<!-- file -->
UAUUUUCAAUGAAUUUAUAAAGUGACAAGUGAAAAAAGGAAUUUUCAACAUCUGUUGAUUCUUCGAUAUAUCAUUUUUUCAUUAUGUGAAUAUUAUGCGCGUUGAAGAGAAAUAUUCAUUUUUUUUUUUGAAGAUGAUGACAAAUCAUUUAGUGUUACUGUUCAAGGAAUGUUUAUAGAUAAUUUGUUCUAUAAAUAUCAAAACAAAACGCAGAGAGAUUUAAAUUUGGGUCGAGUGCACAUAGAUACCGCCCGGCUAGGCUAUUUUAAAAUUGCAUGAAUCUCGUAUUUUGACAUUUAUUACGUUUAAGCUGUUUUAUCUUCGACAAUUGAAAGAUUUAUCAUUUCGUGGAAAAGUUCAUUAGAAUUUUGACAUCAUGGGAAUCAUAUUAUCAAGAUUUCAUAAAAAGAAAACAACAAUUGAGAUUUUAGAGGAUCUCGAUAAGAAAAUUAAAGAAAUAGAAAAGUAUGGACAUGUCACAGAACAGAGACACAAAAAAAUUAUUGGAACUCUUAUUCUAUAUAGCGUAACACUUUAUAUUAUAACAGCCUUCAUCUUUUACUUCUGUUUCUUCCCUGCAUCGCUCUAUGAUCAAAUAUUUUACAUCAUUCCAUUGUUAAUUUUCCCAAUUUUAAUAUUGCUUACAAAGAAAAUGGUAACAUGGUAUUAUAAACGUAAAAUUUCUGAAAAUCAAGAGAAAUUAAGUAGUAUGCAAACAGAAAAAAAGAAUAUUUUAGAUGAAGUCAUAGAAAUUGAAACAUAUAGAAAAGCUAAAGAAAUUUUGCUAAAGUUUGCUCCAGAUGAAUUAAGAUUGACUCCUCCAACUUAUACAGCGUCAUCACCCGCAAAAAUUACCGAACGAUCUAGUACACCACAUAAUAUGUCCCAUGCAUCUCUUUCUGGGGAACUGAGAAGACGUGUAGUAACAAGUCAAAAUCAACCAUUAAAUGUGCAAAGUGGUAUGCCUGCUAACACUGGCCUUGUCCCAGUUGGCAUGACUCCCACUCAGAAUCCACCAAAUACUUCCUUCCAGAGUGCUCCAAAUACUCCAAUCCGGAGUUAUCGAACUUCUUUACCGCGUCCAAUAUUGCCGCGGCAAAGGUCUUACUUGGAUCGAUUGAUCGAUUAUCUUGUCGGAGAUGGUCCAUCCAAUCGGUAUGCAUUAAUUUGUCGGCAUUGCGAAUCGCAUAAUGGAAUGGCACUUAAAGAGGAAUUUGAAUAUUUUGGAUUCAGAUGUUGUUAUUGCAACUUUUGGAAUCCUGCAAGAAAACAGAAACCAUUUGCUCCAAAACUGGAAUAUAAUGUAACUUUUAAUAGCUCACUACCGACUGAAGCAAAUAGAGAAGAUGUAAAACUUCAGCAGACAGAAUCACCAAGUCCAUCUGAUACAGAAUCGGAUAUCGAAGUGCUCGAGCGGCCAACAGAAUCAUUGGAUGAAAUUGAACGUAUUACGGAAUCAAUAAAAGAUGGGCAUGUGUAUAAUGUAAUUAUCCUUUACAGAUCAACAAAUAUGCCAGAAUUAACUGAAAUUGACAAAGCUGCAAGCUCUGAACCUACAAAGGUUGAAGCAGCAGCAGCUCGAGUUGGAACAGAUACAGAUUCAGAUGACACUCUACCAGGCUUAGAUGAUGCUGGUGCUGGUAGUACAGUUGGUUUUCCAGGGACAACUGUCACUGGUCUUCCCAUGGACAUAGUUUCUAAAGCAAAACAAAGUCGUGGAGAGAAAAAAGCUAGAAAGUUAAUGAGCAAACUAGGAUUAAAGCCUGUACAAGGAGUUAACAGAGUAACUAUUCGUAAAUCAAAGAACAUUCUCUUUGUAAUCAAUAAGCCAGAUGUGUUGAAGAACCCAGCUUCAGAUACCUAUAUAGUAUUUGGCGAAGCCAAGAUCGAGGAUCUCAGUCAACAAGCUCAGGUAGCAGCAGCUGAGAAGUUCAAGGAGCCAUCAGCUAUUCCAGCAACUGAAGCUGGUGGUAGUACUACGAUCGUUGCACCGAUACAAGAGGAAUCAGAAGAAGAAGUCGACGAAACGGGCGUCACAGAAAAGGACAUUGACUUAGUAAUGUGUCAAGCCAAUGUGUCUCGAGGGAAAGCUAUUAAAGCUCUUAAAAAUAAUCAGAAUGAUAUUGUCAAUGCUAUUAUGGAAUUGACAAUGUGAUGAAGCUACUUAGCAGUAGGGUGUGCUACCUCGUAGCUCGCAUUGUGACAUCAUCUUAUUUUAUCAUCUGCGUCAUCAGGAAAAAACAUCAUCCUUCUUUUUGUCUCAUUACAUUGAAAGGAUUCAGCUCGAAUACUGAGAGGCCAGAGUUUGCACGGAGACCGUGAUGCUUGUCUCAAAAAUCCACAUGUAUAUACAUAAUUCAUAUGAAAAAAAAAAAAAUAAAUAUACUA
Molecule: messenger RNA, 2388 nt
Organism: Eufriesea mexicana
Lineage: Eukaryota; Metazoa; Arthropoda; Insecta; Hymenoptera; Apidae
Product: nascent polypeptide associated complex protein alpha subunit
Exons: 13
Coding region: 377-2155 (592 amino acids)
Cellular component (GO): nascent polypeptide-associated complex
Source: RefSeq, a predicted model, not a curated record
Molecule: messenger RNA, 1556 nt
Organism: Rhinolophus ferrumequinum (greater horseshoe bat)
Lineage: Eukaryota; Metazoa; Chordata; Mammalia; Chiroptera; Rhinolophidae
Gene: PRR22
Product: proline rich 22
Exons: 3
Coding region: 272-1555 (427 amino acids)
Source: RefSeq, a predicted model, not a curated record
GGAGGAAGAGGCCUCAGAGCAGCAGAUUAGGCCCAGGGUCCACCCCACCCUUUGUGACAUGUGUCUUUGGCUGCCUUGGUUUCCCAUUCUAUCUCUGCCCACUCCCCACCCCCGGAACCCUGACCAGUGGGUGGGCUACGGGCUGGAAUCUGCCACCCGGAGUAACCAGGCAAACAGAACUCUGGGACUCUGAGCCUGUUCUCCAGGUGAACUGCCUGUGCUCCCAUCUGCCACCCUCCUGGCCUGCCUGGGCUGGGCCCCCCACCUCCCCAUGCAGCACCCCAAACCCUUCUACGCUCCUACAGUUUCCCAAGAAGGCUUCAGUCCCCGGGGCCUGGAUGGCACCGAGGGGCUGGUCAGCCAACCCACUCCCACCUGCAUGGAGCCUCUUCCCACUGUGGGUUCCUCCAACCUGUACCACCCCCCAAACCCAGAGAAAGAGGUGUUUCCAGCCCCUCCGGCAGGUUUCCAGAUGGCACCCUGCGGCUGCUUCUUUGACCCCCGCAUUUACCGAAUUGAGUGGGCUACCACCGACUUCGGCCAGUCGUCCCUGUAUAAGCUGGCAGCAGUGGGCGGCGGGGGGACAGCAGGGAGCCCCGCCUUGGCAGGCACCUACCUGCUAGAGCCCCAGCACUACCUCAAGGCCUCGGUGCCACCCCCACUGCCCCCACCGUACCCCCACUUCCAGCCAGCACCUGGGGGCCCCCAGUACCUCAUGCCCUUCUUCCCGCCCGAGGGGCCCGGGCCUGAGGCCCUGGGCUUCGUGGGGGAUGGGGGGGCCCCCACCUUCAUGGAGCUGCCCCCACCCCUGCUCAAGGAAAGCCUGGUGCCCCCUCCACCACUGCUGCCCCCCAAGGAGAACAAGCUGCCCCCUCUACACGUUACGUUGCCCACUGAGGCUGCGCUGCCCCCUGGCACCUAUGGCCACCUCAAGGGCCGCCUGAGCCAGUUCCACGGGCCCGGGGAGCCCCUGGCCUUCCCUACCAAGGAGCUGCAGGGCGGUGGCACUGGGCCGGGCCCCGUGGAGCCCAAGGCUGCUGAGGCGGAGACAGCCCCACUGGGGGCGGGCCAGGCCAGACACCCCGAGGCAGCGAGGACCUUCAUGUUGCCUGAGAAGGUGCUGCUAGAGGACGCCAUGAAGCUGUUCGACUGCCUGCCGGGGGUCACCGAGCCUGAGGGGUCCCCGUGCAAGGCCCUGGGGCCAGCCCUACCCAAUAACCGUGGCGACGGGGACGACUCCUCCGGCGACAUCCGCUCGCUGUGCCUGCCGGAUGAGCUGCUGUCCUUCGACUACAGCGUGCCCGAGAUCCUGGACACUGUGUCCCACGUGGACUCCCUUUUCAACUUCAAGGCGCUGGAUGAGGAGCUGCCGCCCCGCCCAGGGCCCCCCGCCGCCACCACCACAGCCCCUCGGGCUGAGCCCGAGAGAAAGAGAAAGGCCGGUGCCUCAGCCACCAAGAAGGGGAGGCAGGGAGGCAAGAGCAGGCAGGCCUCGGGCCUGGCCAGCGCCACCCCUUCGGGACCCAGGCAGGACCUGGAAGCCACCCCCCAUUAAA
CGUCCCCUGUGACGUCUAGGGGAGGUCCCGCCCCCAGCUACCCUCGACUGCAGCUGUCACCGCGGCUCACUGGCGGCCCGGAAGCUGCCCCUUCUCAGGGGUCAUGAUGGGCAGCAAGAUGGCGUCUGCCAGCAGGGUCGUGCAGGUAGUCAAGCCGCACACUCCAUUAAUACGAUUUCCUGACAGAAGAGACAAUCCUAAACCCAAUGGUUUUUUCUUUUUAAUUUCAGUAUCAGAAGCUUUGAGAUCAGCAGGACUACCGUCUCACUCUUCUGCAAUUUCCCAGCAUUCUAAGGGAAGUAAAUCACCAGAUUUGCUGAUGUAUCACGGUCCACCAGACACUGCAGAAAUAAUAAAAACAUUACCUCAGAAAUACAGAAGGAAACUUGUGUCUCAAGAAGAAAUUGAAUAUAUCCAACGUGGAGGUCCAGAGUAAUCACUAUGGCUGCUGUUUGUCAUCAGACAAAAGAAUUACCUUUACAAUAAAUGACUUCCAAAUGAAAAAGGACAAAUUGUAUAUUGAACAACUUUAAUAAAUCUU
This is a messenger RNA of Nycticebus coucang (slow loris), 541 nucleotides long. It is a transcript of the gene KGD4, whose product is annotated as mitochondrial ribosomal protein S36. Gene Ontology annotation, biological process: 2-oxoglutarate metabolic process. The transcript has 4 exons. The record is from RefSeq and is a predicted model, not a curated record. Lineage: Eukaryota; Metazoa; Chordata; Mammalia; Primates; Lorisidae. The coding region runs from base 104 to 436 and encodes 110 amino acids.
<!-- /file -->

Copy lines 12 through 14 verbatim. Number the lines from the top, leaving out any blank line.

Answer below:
Lineage: Eukaryota; Metazoa; Chordata; Mammalia; Chiroptera; Rhinolophidae
Gene: PRR22
Product: proline rich 22